I am interested in Pressure Transducer: Virtuabotix 20N Pressure Sensing Resistor.
Can it sense the small force @ human wrist pulsation(heart beat)?
Resistance changes go into the linear region at about 10 to 15 grams of force, so as long as you have at least that much (15 grams or so) force applied by a strap or other device that holds the sensor in place over the vein or artery you are trying to test.
Check out the resistance diagram on the product page https://www.virtuabotix.com/product/pressure-transducer-virtuabotix-20n-pressure-sensing-resistor/ for more details on the expected response curve.
As far as trying to detect a pulse the most important part is having an Analog port that can read fast enough to accurately determine pulse width. Using the Nyquist constant (Approximately 2:1 ratio) we know that we have to be able to take measurements twice as often as our fastest pulse.
So if we take the simple Tanaka, Monahan, & Seals maximum heart rate of 208 BPM that means we need to take 416 readings per minute. Since we use milliseconds for most of our delay measurements on an Arduino or Versalino platform what we need to do next is to take the number of milliseconds in a minute (60,000) and divide that by the number of samples we need (416).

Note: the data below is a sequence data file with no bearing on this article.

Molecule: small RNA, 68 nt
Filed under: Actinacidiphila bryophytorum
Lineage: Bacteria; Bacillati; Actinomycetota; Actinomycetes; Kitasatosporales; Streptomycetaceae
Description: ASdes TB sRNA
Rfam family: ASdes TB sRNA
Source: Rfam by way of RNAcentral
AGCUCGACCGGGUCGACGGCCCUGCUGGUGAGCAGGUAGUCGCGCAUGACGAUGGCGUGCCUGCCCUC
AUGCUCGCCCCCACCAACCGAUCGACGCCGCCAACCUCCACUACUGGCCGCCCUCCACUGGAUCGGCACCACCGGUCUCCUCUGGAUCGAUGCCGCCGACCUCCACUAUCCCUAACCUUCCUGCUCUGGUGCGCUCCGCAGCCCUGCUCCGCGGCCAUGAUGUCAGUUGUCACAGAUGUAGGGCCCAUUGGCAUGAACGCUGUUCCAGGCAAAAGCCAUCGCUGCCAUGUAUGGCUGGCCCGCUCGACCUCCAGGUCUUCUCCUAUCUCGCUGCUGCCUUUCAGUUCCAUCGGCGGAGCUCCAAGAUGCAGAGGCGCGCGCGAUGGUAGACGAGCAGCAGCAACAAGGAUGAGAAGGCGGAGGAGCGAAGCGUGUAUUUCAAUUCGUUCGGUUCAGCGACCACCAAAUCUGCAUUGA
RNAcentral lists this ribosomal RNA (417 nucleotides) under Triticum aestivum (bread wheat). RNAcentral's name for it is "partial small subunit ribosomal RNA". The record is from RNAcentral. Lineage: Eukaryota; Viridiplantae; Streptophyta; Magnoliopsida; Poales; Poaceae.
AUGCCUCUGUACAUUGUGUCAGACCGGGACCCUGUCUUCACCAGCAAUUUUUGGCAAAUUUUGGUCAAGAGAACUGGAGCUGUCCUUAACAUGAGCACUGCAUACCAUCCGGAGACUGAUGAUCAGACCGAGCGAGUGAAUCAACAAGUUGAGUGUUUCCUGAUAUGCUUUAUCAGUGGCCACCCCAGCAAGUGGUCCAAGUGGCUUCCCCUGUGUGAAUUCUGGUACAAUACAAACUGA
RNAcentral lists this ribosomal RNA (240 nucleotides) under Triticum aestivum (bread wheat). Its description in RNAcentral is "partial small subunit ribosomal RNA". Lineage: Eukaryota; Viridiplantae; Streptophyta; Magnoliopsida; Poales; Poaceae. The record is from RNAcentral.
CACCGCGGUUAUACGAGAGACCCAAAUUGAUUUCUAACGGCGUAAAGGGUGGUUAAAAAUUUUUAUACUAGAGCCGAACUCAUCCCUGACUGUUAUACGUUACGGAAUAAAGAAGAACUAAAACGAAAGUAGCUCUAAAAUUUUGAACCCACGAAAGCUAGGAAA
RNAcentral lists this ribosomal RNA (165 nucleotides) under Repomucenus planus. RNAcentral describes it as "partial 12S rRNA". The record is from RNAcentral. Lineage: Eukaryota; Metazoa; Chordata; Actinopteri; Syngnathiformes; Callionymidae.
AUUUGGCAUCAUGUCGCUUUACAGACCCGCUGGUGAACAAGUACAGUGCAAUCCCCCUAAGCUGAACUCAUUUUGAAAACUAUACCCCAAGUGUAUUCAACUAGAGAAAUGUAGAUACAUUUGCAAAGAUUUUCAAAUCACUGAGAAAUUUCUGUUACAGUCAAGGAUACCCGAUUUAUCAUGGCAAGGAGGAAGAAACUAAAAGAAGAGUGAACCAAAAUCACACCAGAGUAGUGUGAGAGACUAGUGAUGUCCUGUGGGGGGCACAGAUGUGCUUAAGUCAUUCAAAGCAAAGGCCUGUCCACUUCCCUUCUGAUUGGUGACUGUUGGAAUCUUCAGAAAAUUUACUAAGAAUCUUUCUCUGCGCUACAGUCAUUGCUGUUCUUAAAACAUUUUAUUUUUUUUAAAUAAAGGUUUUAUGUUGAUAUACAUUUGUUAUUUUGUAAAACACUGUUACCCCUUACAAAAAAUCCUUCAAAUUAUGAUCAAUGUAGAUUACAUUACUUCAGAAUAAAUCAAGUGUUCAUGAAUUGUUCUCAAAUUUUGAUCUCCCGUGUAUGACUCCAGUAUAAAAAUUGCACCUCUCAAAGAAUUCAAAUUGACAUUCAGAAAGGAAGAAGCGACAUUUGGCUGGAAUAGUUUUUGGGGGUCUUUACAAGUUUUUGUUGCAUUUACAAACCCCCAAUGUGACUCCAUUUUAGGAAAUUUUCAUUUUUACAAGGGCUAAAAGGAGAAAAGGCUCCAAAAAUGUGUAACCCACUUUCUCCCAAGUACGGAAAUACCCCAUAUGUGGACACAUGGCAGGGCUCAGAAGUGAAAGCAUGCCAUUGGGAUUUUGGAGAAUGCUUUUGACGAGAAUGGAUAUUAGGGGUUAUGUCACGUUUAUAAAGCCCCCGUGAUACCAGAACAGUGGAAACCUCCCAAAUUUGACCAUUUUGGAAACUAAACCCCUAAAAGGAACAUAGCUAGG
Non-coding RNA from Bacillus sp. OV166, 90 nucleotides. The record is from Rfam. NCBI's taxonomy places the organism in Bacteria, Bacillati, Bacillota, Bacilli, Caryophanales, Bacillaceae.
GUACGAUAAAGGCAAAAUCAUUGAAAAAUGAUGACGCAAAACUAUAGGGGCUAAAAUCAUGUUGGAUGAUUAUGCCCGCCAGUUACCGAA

60,000 / 416 = 144.23 Milliseconds per Sample. That means that as long as your Analog port take readings at least once every 144 Milliseconds you can detect heart rates up to 208 BPM with a fair degree of accuracy and repeat-ability.
That said, a safe minimum reading interval on the Arduino/Versalino Analog Ports is actually as low as 30 Milliseconds per Sample. That means that in theory you could take 2000 readings per minute, and theoretically detect a heart-rate or pulse frequency of as much as 1000 BPM.
That said I would definitely try to make the pulse reading a function that doesn’t do anything else so that you don’t end up accidentally blocking the process. Then you can simply measure the time between pulses several times and average that as the current pulse rate. This would allow you to call the function as needed, and focus your application code on other tasks like sending/receiving data, and responding to changes in pulse rate.
Hope that helps you, and anyone else who wanted to learn way more than expected about pulse rates :D.